Tom Rapoport (Harvard, HHMI) 1: Organelle Biosynthesis and Protein Sorting

Tom Rapoport (Harvard, HHMI) 1: Organelle Biosynthesis and Protein Sorting

Recording date: 12/06/2019
Viewed: 52 times

https://www.ibiology.org/cell-biology/protein-sorting Eukaryotic cells have many different membrane-bound organelles with distinct functions and characteristic shapes. How does this happen? Dr. Tom Rapoport explains the important role of protein sorting in determining organelle shape and function. In his first talk, Dr. Tom Rapoport explains that eukaryotic cells contain many membrane-bound organelles each of which has a characteristic shape and distinctive functions that are carried out by specific proteins. Most proteins are made in the cytosol but must move to different cellular destinations. Protein sorting is determined by signal sequences on the proteins that act as “zip codes”. Many proteins sort first to the endoplasmic reticulum (ER) before moving to other intracellular organelles or the plasma membrane. Rapoport explains that as a protein is translated, its signal sequence causes the nascent protein to insert into the Sec61 channel on the ER membrane. The polypeptide segment following the signal sequence will then be translocated across the membrane. Solving the structure of Sec61 channel allowed Rapoport’s lab to understand how proteins, which are typically hydrophilic, can be transported across a lipid membrane. It also helped them determine how Sec 61 differentiates between secreted proteins which need to be released into the ER lumen and transmembrane proteins which need to be anchored in the ER membrane. This improved knowledge of protein sorting helps us to better understand how organelles are formed and how they function. The ER is a vast network that includes different domains with different functions. The rough ER consists of sheets with associated ribosomes and is involved in protein translation. The smooth ER consists of tubules and is important for lipid synthesis and Ca2+ transport. In his second talk, Rapoport explains how his lab identified proteins needed to generate and maintain a tubular ER network. They found two families of proteins that are required to form the high membrane curvature of tubules, and membrane-bound GTPases that fuse the tubules together into a network. The tubule-shaping proteins are also important in forming the edges of the ER sheets. In mammalian cells, however, another set of proteins is required to act as spacers between the membrane sheets. Using ultra-thin section electron microscopy, Rapoport’s lab, in collaboration with others, was able to show that stacked ER sheets are held together by helicoidal membrane connections forming a “parking-garage” like structure. Speaker Biography: Dr. Tom Rapoport has been a Professor of Cell Biology at Harvard Medical School since 1995 and a Howard Hughes Medical Institute Investigator since 1997. Prior to joining Harvard, Rapoport was a Professor at the Institute for Molecular Biology in East Berlin, which later became the Max-Delbrück Institute for Molecular Medicine. Rapoport received his PhD from Humboldt University of Berlin. Rapoport’s research focuses on the understanding how organelles, in particular the endoplasmic reticulum (ER), derives its characteristic shape and performs its specific functions. He has had a long standing interest in how proteins are translocated across organelle membranes. His pioneering research has been recognized with many awards including the Max-Delbrück Medal in 2005, the Sir Hans Kreb Medal in 2007, and the Schleiden Medal in 2011, among many others. Rapoport is a member of the National Academy of Sciences, USA and the German Academy of Sciences, Leopoldina. He is also a Fellow of the American Association for the Advancement of Science (AAAS). Learn more about Rapoport’s research here: http://rapoport.hms.harvard.edu and here: https://www.hhmi.org/scientists/tom-rapoport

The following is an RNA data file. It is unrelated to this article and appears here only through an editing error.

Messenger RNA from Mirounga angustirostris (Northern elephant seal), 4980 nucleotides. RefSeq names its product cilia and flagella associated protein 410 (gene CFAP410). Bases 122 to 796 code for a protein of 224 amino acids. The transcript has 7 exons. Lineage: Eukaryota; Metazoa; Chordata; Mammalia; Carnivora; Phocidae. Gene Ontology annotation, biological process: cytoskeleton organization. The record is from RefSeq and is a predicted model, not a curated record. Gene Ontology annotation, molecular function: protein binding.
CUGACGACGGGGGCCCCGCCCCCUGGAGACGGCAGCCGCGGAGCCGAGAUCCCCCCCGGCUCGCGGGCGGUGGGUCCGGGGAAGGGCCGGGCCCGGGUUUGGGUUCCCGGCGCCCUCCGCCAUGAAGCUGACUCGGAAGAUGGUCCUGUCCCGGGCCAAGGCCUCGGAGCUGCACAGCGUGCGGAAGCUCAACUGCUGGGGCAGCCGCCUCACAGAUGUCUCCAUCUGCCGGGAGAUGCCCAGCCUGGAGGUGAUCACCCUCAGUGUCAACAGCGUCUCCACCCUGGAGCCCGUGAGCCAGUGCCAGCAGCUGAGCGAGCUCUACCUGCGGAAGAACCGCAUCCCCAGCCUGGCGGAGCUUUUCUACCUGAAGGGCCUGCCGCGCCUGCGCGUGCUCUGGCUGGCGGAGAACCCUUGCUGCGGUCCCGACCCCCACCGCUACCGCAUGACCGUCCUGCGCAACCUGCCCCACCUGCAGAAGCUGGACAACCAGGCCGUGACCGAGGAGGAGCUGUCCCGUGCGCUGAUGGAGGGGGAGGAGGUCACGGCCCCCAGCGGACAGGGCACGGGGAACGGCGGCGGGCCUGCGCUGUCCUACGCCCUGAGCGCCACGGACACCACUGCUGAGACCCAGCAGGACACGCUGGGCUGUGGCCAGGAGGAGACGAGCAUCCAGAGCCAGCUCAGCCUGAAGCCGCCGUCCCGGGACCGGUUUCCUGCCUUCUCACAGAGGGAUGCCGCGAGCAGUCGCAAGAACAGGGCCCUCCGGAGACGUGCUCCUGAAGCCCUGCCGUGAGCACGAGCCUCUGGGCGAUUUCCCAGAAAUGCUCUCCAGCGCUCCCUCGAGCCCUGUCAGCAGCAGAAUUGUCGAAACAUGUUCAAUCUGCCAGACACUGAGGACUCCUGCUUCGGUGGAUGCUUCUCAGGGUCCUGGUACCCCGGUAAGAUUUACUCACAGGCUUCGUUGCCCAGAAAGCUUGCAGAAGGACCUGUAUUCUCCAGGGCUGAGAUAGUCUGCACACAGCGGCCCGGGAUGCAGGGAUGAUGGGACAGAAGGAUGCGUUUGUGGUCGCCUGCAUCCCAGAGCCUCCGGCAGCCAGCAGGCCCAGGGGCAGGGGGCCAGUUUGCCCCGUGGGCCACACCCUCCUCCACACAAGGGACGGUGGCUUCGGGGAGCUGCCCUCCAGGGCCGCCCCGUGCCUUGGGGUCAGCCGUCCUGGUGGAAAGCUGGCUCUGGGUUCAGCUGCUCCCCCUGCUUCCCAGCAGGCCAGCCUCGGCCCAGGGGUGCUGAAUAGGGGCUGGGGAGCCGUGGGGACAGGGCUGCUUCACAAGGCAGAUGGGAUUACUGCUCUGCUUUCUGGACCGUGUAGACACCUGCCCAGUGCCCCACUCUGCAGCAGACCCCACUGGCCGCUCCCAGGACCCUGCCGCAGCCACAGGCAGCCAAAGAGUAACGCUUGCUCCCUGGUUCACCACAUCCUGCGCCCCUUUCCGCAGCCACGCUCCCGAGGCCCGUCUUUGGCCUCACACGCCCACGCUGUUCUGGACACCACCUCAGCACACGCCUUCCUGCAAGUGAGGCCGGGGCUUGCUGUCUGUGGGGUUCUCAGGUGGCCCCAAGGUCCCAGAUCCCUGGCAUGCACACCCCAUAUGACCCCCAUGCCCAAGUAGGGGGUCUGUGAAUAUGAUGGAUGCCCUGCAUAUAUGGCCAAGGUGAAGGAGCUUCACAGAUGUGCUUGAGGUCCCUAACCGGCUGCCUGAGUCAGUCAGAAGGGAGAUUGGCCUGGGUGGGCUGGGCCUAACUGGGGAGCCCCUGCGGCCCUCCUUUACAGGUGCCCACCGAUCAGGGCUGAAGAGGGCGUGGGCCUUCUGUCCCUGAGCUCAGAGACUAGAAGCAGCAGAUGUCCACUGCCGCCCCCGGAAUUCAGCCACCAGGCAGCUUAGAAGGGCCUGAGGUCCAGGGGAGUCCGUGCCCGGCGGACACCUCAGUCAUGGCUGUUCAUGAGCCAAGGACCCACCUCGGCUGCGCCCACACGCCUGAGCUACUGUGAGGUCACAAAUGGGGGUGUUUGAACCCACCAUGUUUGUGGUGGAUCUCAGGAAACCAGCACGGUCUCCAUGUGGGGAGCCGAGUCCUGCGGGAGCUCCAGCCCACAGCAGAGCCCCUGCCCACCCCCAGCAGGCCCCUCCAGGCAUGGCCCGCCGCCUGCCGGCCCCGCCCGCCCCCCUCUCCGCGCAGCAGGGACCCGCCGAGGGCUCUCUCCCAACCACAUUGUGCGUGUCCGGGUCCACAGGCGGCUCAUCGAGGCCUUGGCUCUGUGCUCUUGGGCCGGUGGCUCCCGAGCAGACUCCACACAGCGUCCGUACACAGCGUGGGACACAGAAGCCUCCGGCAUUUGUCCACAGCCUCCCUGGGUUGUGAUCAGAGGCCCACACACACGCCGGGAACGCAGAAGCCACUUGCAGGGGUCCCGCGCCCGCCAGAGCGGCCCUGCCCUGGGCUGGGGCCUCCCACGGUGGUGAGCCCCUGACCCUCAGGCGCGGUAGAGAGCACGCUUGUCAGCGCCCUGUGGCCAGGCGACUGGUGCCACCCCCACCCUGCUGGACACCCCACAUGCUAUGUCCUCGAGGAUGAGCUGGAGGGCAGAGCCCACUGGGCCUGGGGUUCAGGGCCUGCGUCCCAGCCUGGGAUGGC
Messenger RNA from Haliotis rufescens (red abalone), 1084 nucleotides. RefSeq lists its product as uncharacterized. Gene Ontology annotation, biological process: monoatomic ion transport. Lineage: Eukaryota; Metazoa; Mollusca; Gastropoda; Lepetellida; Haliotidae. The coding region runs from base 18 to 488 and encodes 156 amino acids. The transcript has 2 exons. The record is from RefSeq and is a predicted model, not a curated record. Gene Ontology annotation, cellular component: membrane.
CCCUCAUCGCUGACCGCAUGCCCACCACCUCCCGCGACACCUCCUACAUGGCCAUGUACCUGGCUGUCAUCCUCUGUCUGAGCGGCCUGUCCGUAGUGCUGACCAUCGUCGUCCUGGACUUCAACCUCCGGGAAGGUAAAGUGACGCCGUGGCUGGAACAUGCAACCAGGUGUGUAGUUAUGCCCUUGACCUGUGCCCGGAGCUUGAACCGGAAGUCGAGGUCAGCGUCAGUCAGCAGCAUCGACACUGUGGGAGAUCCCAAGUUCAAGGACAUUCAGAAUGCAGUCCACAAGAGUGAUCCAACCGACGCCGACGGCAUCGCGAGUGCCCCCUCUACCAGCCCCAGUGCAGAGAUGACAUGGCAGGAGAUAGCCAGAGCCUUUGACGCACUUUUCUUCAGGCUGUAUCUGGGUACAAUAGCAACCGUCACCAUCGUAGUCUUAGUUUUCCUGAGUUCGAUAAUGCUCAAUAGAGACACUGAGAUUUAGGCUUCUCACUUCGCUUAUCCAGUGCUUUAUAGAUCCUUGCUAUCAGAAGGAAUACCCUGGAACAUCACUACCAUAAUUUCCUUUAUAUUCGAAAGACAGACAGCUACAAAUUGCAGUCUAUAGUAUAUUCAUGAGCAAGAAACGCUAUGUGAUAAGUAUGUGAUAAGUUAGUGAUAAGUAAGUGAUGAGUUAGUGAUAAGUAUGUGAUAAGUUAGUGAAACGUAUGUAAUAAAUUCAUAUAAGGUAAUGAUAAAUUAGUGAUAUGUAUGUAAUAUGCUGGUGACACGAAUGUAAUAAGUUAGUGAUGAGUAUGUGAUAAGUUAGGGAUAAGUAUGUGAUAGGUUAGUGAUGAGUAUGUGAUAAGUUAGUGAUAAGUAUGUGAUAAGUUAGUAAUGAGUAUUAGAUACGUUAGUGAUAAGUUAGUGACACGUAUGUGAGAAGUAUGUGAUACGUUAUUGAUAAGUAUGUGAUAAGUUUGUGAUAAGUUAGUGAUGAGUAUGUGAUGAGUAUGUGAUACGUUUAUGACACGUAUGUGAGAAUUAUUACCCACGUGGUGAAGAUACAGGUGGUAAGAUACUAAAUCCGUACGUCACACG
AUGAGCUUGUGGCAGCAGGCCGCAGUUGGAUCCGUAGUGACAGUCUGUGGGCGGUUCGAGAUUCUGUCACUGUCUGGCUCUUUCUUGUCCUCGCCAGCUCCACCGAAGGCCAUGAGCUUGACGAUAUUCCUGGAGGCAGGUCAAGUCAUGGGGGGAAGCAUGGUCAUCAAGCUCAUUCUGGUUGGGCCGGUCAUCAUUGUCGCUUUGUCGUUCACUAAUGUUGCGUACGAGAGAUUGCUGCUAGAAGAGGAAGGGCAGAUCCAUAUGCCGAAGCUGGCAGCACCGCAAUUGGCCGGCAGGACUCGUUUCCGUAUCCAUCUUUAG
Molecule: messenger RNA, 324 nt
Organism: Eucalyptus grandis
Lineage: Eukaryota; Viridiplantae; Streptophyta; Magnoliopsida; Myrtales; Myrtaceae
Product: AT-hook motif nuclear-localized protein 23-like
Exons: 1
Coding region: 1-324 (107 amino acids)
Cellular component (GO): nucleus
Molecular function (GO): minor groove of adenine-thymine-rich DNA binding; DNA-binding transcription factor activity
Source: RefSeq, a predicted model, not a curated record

Tom Rapoport (Harvard Medical School and Howard Hughes Medical Institute)


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